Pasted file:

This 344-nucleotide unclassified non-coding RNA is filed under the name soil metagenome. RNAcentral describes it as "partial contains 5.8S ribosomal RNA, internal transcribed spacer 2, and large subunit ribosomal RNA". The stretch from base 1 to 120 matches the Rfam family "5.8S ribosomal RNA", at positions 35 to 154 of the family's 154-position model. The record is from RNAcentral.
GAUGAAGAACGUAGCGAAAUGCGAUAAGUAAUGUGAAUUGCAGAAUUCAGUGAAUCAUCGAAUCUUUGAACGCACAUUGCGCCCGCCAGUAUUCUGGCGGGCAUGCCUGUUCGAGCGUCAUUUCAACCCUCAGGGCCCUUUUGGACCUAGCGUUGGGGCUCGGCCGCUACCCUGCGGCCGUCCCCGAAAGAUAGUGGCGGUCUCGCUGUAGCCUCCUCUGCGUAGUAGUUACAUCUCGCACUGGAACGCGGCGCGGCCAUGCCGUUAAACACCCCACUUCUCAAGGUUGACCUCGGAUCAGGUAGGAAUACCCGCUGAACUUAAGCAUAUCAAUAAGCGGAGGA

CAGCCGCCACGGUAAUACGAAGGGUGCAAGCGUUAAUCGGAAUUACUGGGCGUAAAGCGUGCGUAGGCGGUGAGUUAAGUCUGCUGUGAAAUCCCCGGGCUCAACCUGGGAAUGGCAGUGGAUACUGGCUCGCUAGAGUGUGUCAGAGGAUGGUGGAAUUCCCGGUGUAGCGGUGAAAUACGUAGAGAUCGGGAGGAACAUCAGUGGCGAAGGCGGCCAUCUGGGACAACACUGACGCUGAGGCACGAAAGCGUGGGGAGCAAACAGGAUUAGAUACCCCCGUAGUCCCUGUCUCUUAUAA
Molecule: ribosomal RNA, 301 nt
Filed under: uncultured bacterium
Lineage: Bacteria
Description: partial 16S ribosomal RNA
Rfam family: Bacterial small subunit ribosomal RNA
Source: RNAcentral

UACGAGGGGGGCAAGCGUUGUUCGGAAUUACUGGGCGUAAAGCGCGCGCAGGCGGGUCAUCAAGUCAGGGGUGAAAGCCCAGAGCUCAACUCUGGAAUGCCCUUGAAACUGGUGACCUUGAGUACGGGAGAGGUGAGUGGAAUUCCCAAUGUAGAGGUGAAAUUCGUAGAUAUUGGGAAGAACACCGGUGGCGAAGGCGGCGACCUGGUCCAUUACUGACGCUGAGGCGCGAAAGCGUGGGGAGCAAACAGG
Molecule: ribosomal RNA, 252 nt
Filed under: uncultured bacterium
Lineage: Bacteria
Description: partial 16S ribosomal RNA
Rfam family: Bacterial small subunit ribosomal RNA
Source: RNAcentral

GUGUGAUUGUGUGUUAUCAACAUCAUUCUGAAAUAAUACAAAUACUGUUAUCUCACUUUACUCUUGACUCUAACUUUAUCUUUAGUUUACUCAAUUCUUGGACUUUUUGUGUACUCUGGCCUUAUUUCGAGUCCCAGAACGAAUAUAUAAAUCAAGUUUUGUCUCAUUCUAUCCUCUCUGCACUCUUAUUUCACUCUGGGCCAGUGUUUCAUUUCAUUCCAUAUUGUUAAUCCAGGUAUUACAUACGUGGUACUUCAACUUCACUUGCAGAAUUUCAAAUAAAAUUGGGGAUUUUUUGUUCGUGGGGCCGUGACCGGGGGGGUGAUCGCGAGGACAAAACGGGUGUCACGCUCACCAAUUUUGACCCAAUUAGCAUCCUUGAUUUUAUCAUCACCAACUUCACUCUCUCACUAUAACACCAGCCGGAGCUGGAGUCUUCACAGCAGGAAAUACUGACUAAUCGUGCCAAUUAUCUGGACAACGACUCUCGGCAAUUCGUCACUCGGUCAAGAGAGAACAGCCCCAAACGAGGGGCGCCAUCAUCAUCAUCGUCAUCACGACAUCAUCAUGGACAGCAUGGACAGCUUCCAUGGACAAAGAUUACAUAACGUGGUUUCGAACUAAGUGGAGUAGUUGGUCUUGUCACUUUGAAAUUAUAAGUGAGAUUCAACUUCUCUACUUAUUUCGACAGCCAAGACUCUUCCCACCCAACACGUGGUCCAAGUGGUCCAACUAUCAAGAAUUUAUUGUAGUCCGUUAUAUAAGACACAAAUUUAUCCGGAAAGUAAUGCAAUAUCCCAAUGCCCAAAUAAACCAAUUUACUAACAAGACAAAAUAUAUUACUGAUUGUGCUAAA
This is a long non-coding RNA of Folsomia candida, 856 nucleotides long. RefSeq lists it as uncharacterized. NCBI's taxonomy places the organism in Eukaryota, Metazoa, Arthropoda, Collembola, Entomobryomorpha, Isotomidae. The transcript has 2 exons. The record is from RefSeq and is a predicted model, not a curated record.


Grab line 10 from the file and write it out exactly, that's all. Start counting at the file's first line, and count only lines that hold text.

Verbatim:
UACGAGGGGGGCAAGCGUUGUUCGGAAUUACUGGGCGUAAAGCGCGCGCAGGCGGGUCAUCAAGUCAGGGGUGAAAGCCCAGAGCUCAACUCUGGAAUGCCCUUGAAACUGGUGACCUUGAGUACGGGAGAGGUGAGUGGAAUUCCCAAUGUAGAGGUGAAAUUCGUAGAUAUUGGGAAGAACACCGGUGGCGAAGGCGGCGACCUGGUCCAUUACUGACGCUGAGGCGCGAAAGCGUGGGGAGCAAACAGG